To respond and understand more about sports pressure you must have a good knowledge of the concepts anxiety, stress and activation. Let’s get to know them better:

  • Activation: Refers to the physical and psychic process when the organism is put in a state of alert. All functions that respond to the presence of a given stimulus are activated. Some concepts in this sense would be muscle tension, sweating level or heart rate, among others.
  • Anxiety: Reaction of the athlete in a state of nerves and tension to a situation that seems dangerous or threatening. Anxiety is an emotional element. For the athlete there are many moments that can come to stress him, such as competing on public, the obligation to win or the mental pressure of being first. The expectations that are generated in a professional can also hurt you emotionally. It should be noted that not all athletes experience anxiety in the same way. While some perform better under pressure, others fall apart.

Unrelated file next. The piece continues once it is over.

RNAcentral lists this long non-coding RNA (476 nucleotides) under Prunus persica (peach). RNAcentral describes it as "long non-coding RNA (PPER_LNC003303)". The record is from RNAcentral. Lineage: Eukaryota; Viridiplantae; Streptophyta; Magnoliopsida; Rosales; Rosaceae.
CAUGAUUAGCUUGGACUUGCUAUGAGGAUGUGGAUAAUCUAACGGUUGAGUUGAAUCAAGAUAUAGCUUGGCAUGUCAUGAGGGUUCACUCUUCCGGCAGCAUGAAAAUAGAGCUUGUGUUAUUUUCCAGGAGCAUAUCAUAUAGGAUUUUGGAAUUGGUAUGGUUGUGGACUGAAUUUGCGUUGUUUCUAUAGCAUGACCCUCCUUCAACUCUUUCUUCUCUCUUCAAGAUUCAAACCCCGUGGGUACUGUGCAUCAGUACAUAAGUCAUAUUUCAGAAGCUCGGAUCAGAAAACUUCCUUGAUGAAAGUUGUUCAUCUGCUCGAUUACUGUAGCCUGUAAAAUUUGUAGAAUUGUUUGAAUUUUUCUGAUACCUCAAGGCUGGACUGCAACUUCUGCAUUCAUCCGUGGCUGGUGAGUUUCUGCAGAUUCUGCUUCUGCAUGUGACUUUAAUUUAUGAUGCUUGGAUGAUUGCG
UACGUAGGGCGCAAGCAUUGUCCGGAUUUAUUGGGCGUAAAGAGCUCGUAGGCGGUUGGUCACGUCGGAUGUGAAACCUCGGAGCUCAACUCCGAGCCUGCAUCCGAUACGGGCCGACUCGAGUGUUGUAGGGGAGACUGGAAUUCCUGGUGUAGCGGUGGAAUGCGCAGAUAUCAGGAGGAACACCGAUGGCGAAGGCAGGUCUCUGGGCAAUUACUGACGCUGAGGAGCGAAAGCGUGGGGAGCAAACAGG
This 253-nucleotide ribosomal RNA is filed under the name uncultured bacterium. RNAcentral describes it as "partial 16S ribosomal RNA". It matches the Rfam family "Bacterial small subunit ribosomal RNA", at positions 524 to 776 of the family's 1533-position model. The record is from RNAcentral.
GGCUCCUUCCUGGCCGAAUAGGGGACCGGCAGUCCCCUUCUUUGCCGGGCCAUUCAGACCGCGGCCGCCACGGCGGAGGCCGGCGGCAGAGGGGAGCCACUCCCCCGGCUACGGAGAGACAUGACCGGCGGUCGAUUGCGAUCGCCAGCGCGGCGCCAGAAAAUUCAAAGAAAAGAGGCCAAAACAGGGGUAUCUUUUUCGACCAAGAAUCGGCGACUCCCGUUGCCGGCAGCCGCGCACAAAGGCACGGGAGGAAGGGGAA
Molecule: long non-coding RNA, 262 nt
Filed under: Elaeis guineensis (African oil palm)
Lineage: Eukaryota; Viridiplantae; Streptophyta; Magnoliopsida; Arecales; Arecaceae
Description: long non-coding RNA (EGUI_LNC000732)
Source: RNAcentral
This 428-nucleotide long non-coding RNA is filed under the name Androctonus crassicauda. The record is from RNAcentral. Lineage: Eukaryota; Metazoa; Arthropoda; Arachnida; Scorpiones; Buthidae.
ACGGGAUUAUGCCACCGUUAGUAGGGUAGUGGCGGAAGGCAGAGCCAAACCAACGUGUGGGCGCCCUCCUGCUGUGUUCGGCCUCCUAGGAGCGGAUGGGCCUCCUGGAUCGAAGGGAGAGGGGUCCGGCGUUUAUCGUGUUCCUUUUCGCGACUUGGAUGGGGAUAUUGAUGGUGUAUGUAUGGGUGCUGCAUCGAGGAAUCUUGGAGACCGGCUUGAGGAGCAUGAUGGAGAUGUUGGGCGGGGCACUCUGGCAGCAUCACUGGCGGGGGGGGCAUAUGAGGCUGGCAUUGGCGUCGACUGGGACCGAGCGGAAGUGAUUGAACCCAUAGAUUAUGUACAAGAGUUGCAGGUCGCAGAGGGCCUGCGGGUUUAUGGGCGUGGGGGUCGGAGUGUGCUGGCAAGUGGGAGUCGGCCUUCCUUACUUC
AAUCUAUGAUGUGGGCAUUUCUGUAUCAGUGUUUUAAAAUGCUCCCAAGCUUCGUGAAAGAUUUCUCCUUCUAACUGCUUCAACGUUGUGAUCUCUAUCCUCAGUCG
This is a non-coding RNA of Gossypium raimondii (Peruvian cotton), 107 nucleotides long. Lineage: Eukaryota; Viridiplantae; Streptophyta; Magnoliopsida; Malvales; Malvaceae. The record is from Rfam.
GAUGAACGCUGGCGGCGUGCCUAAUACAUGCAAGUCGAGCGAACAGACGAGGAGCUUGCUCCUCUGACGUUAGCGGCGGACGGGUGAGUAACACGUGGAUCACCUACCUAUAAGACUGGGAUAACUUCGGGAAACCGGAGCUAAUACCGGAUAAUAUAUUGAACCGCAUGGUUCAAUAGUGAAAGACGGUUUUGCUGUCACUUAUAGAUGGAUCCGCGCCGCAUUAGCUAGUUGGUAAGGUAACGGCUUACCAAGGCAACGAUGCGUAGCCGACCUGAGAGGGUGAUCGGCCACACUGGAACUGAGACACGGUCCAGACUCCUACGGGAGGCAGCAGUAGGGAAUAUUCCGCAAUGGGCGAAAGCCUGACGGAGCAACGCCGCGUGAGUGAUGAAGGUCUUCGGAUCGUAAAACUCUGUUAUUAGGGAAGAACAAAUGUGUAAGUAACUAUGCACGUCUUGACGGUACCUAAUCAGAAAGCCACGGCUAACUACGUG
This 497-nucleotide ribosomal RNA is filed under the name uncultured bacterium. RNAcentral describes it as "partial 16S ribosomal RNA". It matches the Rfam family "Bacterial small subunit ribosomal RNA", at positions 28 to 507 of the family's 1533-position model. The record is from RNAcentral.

• Stress: It can be negative or positive. Conceptually it is the response of the organism to adapt in a given situation. The athlete will try to adapt to it trying to maintain a balance in his body. Ultimately, he will respond to what he perceives. If you talk about positive stress it is the one that activates and stimulates the athlete to respond correctly. On the other hand, negative stress, which is also known as distress, is an uncontrolled response of our body.

Negative stress affects the athlete both psychologically, as well as in their decision-making and also muscularly. Do not forget that a lot of accumulated tension causes injuries and stiffness.

How to motivate the athlete to perform better under pressure?

It must be made clear that competitive pressure is not always related to professional sport, although it is where most important is. We also find this concept in stages of improvement and initiation. Special attention should be paid to the latter, when sport means playing and having fun. We should not put sports pressure on children. On many occasions, anxiety and nerves in a child can lead to frustration. This can lead to threatening or unwanted situations, at that time or in the future.